[Pre-K teacher Vickie] Floyd has kept track of Jamarion and the 19 other students in her class since August, through portfolios of their work and other brief, two- to five-minute assessments. In two weeks, she'll review some of the data collected throughout the year to help parents and other administrators decide whether Jamarion or other students need seven more weeks of school.
Private nursery schools have enjoyed robust enrollment in recent years, often having long waiting lists in many suburbs around the region. But directors at private nursery schools said they are concerned that the faltering economy and listless real estate market were contributing to a dip in applications and enrollments.
Although school districts have until 2011 to provide full-day kindergarten, many already are there or are on their way, a state official said. To date, the state has 24 districts not offering any full-day sections.
More than half a million 4-year-olds are obese, and the numbers are even more startling among children of color, according to a government study published this month in the Archives of Pediatrics and Adolescent Medicine. The troubling findings also show that young children are becoming obese before they enroll in school, which is when they are more likely to eat unhealthful meals and vending-machine snacks and soda.
Children ages 4 and 5 are supposed to use the program for 15 minutes a day, five days a week, until they enter kindergarten. A cast of cartoon characters guide kids through short exercises about counting, sorting, letter sounds and vocabulary, among other things.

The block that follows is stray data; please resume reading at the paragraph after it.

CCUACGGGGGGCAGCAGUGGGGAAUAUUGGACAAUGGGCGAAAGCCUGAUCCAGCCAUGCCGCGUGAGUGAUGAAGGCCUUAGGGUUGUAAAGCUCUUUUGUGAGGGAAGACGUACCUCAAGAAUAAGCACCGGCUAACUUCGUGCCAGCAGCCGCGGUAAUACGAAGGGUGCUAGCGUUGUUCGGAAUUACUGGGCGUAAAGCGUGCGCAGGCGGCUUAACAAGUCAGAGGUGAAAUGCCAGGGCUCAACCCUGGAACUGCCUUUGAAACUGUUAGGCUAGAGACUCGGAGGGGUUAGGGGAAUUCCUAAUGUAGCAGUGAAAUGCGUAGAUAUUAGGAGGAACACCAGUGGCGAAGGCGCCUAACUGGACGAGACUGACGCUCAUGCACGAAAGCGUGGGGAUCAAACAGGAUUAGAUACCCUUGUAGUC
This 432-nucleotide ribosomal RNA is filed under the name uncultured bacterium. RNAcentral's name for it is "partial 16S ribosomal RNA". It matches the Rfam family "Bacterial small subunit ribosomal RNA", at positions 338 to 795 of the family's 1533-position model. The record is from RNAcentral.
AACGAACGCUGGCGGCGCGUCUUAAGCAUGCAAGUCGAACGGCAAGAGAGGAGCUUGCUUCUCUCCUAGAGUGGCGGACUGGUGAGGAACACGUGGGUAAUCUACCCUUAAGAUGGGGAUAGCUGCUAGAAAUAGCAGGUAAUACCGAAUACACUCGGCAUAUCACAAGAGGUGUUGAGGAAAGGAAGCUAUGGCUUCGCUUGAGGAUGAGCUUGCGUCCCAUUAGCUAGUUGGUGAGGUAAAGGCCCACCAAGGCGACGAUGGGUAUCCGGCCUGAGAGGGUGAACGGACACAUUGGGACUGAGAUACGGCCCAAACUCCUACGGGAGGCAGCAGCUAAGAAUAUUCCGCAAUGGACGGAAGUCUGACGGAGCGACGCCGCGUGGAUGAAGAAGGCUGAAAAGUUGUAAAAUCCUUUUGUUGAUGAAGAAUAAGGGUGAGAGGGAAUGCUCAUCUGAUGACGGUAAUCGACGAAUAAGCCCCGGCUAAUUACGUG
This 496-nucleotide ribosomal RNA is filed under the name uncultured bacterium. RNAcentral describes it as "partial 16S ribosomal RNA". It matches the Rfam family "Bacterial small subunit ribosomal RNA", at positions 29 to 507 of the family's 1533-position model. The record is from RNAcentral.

As one of 12 states without state-sponsored preschool, Indiana is missing the mark when it comes to improving education and student achievement.
Experts say all children can benefit from a high-quality early learning program to prepare them for academic success in elementary school and beyond. A state advisory board has recently crafted a set of recommendations for the state's newest agenda: to find and enroll those children who are considered the most at-risk and would benefit the most from preschool, but who are often hard to reach for a variety of reasons.
It is not that we are failing across the board. There are huge numbers of exciting education innovations in America today — from new modes of teacher compensation to charter schools to school districts scattered around the country that are showing real improvements based on better methods, better principals and higher standards. The problem is that they are too scattered — leaving all kinds of achievement gaps between whites, African-Americans, Latinos and different income levels.
In 1998, Hollywood actor and filmmaker Rob Reiner championed the California Children and Families First Act, which put a 50-cent-a-pack tax on cigarettes to fund an early childhood development program. Proposition 1D would shift nearly $1.7 billion over the next five years -- about 70% of the cigarette tax's revenue during that period -- to help balance the state general fund.
Preschool programs funded by some states are in danger of becoming casualties of the recession, with long-term ramifications to the education of American children. Such cutbacks may solve immediate budget problems but canceling them comes at a high cost too.